It comes with several accessories that let you wear it on your wrist or clipped to your clothing. It has a novel display made up of 12 tiny white LEDs arranged like a clock that displays progress reaching your daily goal, as well as the time.
Syncing is done through Bluetooth, but because of its metal housing, it needs to be placed very close to the phone. The Shine uses a replaceable watch battery that lasts about six months. I wore this on my wrist on my recent vacation in Italy where I did lots of walking, and it worked well.
The Pulse is a postage stamp-sized block with a soft rubber coating. It has an excellent high-resolution display, although it’s hard to read in bright sunlight. The Pulse displays the most information of any of the products, including distance traveled in steps and miles, elevation, calories burned and time. You can look at previous days with a swipe.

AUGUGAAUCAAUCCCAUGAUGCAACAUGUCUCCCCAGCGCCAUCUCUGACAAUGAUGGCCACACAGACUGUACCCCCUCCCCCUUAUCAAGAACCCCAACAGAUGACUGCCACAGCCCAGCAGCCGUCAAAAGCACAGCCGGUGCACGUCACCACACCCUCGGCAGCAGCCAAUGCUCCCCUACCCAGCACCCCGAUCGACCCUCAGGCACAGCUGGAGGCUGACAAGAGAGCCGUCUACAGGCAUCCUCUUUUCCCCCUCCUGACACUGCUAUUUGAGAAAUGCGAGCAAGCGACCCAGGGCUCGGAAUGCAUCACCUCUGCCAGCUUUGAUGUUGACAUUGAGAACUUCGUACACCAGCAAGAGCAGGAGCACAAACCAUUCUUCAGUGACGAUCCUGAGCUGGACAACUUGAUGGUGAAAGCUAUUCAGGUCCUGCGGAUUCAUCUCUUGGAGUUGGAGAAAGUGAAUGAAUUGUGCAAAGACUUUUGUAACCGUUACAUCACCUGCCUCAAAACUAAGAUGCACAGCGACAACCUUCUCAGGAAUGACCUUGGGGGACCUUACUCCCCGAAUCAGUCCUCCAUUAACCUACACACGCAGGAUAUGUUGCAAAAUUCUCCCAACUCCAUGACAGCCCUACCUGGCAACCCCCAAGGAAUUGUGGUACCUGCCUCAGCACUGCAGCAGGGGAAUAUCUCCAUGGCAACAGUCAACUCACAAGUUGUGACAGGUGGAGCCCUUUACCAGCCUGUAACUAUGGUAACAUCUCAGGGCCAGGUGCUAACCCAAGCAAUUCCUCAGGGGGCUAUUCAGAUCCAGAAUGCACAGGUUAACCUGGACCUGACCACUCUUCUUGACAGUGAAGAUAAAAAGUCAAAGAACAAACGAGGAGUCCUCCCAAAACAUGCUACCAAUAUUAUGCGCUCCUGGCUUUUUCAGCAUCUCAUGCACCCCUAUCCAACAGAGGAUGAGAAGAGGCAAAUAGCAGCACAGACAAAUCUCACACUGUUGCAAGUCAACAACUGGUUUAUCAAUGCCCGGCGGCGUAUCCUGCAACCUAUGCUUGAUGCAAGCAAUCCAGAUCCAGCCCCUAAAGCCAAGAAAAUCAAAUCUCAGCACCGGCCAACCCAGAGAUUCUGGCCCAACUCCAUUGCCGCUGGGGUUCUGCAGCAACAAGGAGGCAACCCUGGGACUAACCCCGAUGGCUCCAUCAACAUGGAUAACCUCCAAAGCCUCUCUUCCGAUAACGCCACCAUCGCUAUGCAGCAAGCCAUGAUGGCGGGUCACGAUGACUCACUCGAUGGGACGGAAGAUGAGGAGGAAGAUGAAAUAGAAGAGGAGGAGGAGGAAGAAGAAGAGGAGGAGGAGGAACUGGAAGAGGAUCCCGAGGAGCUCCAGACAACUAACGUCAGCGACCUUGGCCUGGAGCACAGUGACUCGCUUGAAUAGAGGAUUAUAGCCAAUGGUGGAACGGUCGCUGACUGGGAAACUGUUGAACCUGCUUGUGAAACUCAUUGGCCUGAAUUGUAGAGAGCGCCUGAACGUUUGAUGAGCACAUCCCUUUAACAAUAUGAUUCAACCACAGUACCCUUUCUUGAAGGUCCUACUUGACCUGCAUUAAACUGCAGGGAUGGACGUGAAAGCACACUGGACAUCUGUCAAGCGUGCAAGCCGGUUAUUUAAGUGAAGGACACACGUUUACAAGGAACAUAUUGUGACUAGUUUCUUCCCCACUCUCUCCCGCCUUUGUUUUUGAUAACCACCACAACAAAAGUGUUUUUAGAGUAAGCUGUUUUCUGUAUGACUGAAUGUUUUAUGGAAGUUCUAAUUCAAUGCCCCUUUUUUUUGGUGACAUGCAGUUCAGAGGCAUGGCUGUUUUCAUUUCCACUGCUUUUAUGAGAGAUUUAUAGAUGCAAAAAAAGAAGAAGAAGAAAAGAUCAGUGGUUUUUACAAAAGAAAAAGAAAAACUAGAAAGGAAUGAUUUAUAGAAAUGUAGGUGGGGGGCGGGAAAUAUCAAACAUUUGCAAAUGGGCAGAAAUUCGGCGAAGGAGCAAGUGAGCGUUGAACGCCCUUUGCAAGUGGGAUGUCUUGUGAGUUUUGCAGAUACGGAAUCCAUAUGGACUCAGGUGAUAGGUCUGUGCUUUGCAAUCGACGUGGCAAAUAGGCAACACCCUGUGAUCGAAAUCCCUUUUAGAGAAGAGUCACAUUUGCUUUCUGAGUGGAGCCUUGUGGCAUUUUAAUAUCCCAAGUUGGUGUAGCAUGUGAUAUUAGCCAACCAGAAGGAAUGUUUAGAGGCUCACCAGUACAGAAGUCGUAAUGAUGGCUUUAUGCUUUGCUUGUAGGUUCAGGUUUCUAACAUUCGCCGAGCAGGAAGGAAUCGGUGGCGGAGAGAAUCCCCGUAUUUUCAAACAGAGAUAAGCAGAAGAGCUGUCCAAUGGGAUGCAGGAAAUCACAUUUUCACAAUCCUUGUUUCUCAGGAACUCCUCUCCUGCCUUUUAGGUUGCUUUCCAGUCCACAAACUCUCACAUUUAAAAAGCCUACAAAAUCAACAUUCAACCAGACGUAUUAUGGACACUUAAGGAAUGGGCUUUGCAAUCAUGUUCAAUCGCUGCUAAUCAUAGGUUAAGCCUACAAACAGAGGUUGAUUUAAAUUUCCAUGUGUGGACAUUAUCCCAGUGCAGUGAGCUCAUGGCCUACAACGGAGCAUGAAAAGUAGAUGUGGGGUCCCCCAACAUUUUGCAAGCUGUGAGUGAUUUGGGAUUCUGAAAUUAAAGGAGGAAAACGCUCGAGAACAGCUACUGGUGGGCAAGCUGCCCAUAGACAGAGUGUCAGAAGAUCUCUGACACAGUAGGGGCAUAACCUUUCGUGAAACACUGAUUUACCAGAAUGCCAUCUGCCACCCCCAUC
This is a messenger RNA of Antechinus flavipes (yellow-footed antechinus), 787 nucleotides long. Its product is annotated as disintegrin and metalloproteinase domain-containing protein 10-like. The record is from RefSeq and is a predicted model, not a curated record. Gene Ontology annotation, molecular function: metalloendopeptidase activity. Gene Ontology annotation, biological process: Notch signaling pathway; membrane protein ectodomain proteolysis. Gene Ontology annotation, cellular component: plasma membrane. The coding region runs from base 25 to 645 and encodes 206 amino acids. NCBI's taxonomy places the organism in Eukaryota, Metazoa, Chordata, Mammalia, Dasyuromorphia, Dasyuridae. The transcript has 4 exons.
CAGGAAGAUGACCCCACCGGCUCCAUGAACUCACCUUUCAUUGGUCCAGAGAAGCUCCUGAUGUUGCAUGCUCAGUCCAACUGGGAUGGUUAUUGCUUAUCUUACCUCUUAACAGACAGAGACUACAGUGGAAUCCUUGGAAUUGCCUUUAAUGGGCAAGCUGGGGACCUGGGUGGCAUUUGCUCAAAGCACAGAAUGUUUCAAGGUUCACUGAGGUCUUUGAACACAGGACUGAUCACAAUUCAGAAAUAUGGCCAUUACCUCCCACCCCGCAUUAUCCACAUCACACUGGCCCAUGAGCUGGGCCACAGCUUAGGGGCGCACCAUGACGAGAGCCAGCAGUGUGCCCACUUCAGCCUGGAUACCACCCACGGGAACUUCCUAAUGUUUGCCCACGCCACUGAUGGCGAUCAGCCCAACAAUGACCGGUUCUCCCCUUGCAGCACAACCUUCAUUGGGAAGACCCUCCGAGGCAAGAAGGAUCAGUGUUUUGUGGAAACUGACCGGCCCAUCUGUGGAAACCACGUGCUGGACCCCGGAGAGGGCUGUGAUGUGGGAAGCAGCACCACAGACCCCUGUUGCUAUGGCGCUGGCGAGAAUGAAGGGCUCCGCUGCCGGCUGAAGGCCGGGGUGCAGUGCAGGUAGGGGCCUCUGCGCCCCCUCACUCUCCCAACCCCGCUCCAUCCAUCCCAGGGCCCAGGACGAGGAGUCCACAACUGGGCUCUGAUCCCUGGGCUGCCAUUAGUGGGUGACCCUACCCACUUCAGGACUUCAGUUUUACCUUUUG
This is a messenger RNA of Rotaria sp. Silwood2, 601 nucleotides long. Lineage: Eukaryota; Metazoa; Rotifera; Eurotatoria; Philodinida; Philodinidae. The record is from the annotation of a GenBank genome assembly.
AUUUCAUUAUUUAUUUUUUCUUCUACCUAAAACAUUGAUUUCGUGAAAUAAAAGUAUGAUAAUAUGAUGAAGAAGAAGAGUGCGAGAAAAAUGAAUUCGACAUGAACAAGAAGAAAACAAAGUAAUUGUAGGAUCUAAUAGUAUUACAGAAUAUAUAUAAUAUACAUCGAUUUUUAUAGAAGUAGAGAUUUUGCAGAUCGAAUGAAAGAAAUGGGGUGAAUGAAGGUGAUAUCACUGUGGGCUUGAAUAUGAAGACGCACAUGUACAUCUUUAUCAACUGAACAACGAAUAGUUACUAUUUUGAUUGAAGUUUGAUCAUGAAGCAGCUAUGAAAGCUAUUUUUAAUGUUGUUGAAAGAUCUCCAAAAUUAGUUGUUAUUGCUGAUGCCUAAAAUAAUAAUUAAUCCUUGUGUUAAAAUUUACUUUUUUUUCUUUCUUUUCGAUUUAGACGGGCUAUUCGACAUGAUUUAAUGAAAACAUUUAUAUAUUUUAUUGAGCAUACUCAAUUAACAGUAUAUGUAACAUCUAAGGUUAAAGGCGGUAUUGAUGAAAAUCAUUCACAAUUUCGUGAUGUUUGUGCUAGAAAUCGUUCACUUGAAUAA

It can also take your pulse through your fingertip, and has a sleep mode used with a Velcro wristband. The device can be attached to a belt clip or carried in your pocket, and its rechargeable battery lasted more than a week.
Fitbit also makes activity trackers similar to the Pulse, but I was unable to try one for an extended time. From my brief evaluation of its latest product, the Flex ($100, fitbit.com), it falls well below the Pulse because it has no display.